Sunday, January 25, 2009

Qiunatong 秋那桶

Qiunatong, originally uploaded by jiulong.

My own excursion into Qiunatong began when I turned north off the main 'road' about 10km north of Bingzhongluo, and walked up the rough track towards the collection of log cabins. I followed behind a tractor that was carrying three guys who had been collecting firewood, as it was put-putting at the same speed as I was walking up the long incline. I passed a few houses and got barked at by a few dogs, but didn't see any sign of the small village wth a guesthouse and shops that I had been expecting.

Then suddenly I emerged into a small concrete square amid the houses, and there in front of me was the Qiunatong Catholic church. Not much to look at: mostly constructed of wood - it had a small cross on top and looked rather dark and grim. There were a couple of locals loafing around on the steps in front of the church, but nobody paid me much notice. I took my heavy pack off my shoulders and found that an old lady hanging round by the door was the keeper of the church key - and she opened the place up to me. I was granted a few minutes to survey the dark red painted wooden interior and the simple kneeling pews and religious icons, then asked for a 10 kuai fee by the old lady before she shut up shop.

As I was leaving I read the various official notices posted on the front door. One was asking the parishioners to respect and support the 2008 Olympics, and another listing the contributions made by various visitors to the church restoration fund. It seems that visitors from places like Spain, Hong Kong, Sweden and Beijing have provided huge amounts of money to the church - 3000 yuan here, 20,000 yuan there. In contrast, another sign noted the contributions from Qiunatong villagers for the relief of the sick fund - 5 kuai here, 8 kuai there.

Most of the activity in the village was centred around the building of a new floor on one of the buildings. About 20 villagers - seemingly more women than men - were hard at work, digging up gravel and using it to mix concrete and spread it on the floor. They carried their loads using their foreheads to support a large band. They seemed cheerful enough and invited me to have a go. But I was exhausted from my long haul up the hill and was also frustrated that there was no store open in the village - the xiaomaibu pointed out to me remained fimrly boarded up despite my polite requests to buy some water or drink.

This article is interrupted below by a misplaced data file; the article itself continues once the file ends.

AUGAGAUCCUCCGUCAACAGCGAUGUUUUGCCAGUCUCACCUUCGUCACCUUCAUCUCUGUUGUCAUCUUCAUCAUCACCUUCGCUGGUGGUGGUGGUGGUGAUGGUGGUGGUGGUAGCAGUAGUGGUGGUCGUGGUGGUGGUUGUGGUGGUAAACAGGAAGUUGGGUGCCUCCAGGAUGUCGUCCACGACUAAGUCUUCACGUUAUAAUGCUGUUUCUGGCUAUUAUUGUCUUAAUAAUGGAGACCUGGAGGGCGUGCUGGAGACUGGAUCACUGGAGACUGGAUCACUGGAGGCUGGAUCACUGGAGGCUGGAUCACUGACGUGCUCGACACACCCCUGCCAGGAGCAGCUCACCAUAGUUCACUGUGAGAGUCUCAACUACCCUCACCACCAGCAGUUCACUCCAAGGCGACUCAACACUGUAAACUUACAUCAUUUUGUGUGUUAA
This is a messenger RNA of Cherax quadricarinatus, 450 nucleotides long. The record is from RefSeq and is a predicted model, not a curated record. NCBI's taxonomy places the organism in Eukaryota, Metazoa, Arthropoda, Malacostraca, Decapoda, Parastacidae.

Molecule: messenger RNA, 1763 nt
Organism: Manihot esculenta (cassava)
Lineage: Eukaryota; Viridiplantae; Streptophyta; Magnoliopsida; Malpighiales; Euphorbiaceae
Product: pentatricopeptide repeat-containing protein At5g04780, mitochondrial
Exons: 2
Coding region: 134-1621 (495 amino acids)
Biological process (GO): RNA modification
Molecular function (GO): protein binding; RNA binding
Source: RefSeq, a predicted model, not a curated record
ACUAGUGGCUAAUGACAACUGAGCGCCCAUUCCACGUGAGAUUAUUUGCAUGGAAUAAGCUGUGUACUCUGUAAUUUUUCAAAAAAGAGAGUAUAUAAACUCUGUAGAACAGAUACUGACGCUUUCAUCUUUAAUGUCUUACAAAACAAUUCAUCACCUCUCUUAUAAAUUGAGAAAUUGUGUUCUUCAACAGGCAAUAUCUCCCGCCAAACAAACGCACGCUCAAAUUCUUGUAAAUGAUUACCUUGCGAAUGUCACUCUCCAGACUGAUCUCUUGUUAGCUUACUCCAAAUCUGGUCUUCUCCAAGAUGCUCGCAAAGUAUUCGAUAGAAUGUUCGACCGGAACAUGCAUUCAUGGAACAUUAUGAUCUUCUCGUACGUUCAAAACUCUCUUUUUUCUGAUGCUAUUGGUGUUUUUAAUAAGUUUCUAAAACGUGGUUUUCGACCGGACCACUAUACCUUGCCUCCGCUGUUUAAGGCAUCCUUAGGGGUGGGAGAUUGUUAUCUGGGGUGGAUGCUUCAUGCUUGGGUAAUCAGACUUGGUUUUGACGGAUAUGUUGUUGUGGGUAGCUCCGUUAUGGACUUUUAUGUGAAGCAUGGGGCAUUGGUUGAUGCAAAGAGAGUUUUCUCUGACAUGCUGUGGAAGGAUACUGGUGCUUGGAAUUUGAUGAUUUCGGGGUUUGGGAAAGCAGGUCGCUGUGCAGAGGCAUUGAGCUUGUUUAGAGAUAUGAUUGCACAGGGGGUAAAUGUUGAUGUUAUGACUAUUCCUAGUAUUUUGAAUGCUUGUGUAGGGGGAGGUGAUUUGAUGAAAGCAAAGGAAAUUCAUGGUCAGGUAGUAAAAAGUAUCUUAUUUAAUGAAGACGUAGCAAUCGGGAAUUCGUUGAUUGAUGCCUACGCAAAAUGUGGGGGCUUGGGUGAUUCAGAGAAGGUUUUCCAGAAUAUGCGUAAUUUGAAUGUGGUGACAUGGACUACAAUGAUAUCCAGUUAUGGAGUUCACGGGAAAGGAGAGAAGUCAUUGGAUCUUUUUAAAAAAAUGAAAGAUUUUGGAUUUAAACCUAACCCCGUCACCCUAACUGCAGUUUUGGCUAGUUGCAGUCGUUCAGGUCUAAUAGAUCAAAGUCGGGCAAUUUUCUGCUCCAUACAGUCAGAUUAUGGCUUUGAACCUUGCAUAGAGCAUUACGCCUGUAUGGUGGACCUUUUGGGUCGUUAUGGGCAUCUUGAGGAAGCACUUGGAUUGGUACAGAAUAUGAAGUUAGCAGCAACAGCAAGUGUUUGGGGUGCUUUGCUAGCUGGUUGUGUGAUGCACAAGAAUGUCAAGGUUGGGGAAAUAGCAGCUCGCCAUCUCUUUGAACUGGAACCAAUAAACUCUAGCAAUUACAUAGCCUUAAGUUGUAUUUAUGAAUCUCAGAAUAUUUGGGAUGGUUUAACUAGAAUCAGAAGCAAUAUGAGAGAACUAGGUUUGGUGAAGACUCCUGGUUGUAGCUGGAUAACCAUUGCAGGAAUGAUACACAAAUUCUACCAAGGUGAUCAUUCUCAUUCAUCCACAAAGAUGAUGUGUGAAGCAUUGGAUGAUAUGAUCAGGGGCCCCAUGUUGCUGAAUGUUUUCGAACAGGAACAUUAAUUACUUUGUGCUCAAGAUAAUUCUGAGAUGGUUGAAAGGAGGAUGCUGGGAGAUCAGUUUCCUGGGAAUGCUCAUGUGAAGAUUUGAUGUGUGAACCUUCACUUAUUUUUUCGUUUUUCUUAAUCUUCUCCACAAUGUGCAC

I eventually found my way to the village 'lodge' - which was a house like any of the others. A young girl took me over the vegetable patch and I found the interior was similar to all other Tibetan houses I've ever stayed in - the spacious dark room with little furniture and with life centred around the fire. I was offered butter tea and was introduced to another guest from the outside world - a Chinese guy from Hunan province. He alsmot immediately started quizzing me about my travels and knowledge about China, and then started talking politics, asking why America wanted to change China ... blah blah blah. I just ignored him as much as I could after that. It wasn't difficult because other toursists started to arrive - the new breed of Chinese backpacker types - all kitted out with the latest outdoor gear, walking poles etc, and all very noisy.